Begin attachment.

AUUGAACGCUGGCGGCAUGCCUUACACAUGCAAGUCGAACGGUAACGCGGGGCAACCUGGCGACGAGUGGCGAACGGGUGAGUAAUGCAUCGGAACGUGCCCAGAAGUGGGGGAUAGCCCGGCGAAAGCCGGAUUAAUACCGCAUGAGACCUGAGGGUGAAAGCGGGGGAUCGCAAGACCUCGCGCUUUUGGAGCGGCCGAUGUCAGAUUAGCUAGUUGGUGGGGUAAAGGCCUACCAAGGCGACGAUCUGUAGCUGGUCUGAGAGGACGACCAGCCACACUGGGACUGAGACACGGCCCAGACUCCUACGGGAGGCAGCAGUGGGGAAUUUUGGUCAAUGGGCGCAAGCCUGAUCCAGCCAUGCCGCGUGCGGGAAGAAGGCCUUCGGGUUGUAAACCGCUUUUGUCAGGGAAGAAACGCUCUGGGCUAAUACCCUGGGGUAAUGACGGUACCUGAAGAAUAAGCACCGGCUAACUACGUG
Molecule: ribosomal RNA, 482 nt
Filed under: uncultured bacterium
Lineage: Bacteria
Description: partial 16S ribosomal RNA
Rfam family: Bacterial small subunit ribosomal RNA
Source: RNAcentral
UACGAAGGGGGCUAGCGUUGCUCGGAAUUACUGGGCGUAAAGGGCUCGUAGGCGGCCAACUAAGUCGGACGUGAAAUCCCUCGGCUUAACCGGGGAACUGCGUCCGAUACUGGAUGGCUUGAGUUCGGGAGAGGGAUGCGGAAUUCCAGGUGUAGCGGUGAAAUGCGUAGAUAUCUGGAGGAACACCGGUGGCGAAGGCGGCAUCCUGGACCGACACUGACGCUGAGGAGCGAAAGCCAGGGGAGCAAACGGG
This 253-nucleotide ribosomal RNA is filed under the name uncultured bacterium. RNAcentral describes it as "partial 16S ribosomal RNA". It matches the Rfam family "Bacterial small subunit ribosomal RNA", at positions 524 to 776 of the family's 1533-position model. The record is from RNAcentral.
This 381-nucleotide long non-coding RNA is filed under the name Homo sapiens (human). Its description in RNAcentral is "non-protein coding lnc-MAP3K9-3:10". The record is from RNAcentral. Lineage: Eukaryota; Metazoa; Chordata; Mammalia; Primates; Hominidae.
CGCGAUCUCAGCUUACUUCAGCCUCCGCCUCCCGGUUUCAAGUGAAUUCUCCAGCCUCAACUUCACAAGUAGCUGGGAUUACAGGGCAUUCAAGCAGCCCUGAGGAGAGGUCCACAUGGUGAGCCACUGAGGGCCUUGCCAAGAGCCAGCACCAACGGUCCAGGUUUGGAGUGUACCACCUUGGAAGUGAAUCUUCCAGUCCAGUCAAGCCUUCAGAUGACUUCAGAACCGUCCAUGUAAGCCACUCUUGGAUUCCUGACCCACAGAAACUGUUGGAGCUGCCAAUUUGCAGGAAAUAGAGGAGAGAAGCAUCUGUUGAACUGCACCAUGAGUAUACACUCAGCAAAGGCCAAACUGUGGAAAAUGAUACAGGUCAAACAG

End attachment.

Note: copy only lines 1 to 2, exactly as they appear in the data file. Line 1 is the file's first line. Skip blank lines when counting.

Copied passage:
AUUGAACGCUGGCGGCAUGCCUUACACAUGCAAGUCGAACGGUAACGCGGGGCAACCUGGCGACGAGUGGCGAACGGGUGAGUAAUGCAUCGGAACGUGCCCAGAAGUGGGGGAUAGCCCGGCGAAAGCCGGAUUAAUACCGCAUGAGACCUGAGGGUGAAAGCGGGGGAUCGCAAGACCUCGCGCUUUUGGAGCGGCCGAUGUCAGAUUAGCUAGUUGGUGGGGUAAAGGCCUACCAAGGCGACGAUCUGUAGCUGGUCUGAGAGGACGACCAGCCACACUGGGACUGAGACACGGCCCAGACUCCUACGGGAGGCAGCAGUGGGGAAUUUUGGUCAAUGGGCGCAAGCCUGAUCCAGCCAUGCCGCGUGCGGGAAGAAGGCCUUCGGGUUGUAAACCGCUUUUGUCAGGGAAGAAACGCUCUGGGCUAAUACCCUGGGGUAAUGACGGUACCUGAAGAAUAAGCACCGGCUAACUACGUG
Molecule: ribosomal RNA, 482 nt